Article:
BALI, INDONESIA: The non-profit organization ‘Sungai Watch’ achieved a remarkable accomplishment by successfully clearing what they described as “the most polluted” river in Bali.
On 20 August, ‘Sungai Watch’ uploaded a video on their Instagram account, indicating their attempt to clean the ‘Tukad (River) Teba’ in Bali, which is laden with debris along a 600-meter expanse.
In the video, they extended a cordial invitation to the public to join their effort and offer assistance.
With the power of social media, the video managed to reach the Indonesian President’s cabinet, prompting the Denpasar Mayor to offer aid the following day.
The Mayor of Denpasar contributed by sending 150 troops and excavators to help, and together they worked with the locals to clean up the river.
Sam Bencheghib, the co-founder of Sungai Watch, shared a video during the process of cleaning up ‘Tukad Teba’ on his Instagram account.
On that day, everyone worked together and successfully cleaned the entire river within 24 hours, gathering around 15 tons of trash.
“No idea is crazy enough!” Sam wrote on his video, right before he leapt into the trash-laden river.
According to Tribun Bali, an Indonesian news source, the process of cleaning up began last Friday (18 Aug) and extended over several days.
However, the full clean-up was accomplished in just a span of 2 days.
“Thank you to everyone for sharing and for getting the message heard. We are now working with the government on a long-term plan to make sure no rivers in Denpasar ever get this bad!” Sam said on his Instagram post.
He also posted another video showcasing the transformation of the river’s appearance “before and after.”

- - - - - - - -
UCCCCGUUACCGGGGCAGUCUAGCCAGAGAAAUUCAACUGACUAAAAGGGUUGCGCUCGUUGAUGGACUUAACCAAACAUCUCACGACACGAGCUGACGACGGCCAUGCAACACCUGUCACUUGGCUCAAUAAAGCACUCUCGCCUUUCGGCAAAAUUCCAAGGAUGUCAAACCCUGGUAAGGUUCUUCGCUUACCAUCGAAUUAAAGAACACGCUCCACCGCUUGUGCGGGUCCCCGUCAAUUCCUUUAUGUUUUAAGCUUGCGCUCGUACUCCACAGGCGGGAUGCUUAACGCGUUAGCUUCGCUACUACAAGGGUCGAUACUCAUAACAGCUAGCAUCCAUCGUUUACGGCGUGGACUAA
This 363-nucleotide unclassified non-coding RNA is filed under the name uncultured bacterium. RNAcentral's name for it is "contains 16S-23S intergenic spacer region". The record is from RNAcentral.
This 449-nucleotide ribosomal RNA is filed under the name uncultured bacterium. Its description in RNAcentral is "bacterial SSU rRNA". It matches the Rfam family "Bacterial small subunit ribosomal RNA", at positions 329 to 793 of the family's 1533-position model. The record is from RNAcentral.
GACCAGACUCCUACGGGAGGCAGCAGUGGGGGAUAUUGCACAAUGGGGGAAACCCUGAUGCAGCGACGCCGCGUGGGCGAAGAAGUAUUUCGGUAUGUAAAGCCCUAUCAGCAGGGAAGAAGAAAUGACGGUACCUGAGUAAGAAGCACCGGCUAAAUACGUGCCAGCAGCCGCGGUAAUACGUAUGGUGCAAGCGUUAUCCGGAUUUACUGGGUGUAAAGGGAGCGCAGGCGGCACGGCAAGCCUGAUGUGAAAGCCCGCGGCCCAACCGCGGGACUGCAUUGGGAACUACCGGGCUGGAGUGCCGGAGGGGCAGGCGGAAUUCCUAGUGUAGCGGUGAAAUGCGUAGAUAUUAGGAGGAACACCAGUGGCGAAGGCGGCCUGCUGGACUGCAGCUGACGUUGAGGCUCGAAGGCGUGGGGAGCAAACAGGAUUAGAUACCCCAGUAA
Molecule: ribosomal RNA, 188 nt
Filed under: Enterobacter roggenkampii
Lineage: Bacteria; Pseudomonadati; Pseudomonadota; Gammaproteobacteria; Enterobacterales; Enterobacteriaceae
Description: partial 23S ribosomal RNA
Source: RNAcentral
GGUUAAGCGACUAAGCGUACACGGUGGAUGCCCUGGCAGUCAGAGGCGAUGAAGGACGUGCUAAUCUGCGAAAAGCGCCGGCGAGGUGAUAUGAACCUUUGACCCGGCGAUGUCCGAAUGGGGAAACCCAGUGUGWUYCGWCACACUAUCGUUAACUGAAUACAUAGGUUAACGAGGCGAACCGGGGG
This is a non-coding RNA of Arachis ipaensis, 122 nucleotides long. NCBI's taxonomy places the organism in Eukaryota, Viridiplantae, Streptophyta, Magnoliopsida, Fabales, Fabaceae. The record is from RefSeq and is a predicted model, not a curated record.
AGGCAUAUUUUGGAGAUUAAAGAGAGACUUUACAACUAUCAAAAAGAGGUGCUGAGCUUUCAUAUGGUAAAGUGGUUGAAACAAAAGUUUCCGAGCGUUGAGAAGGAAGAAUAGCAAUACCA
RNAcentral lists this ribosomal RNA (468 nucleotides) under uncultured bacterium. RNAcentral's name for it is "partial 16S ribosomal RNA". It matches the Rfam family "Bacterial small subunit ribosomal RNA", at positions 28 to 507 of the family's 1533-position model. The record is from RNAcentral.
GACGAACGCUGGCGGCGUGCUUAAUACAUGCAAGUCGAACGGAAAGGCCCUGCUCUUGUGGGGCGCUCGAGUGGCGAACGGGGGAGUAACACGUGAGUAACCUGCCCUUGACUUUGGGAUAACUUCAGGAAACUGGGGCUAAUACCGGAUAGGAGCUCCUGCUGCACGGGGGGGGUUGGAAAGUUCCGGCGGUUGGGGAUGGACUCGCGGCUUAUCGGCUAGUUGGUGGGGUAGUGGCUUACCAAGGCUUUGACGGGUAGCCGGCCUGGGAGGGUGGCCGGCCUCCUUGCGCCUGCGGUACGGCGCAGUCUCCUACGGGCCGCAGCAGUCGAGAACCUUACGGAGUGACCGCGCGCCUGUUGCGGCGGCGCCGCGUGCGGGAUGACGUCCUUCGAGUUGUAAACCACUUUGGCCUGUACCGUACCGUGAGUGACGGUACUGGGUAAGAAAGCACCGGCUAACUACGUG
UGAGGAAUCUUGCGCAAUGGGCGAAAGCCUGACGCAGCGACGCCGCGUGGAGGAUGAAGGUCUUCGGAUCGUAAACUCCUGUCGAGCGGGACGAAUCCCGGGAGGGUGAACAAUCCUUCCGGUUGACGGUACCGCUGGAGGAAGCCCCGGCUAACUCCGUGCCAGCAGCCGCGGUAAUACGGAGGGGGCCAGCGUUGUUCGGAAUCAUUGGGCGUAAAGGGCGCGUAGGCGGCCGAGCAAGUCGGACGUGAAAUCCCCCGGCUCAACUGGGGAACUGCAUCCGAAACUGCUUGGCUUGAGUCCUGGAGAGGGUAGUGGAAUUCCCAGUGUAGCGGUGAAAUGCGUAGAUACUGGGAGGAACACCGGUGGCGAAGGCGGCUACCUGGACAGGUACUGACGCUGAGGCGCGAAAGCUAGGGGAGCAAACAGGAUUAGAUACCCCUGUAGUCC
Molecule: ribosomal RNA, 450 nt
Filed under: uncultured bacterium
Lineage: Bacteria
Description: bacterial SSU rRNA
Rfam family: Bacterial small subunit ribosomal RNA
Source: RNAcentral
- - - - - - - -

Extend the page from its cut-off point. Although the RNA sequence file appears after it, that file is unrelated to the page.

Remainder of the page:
‘Sungai Watch’ effort to reduce plastic in the ocean, starting from the rivers.
Sungai Watch is a committed non-governmental organization (NGO) with an environmental focus, dedicated to the preservation and rejuvenation of rivers in Indonesia.
On their website, they said they are “on a mission to protect and restore Indonesia’s rivers by developing and designing simple technologies to stop the flow of plastic pollution from going into the ocean.”
The simple technology they mentioned is what they call a “trash barrier.”
They believe that one of the simplest ways to clean the ocean is by starting from the rivers, where they can still prevent the flow of plastics.
“Our barriers are the perfect tool to get communities and governments involved in cleaning our waterways. Through these barriers, we are able to better understand what is polluting our rivers and how we can improve our actions on land,” they explained on the website.
Consequently, for every river where these barriers are positioned, a designated ‘Sungai Warrior’ will engage in a daily cleaning routine in that area.
Afterwards, they will separate all the collected trash into different groups, study and note down information to have discussions about plastic pollution with stakeholders, and then they will clean, shred, and get the trash ready for recycling.
“Every waste category we collect has value – we are currently experimenting with ways to turn trash into products,” they said.
They worked with more than 85 ‘Sungai warriors’ who went out every day to clean the rivers on behalf of Sungai Watch.
“We are big believers that in order to see real changes in our rivers, we need to work with local communities by empowering local heroes at every cleanup,” they said.
Some of their impacts achieved to date include:
- Collected over 1,000,000 kg of plastics from the environment (as of March 2023)
- Installed barriers in over 180 rivers, 32 villages and 4 Indonesian regions
- Organized over 600 community cleanups, adding to over 2 years of volunteer hours
- Grew from a team of volunteers to over 85 full-time employees in 3 years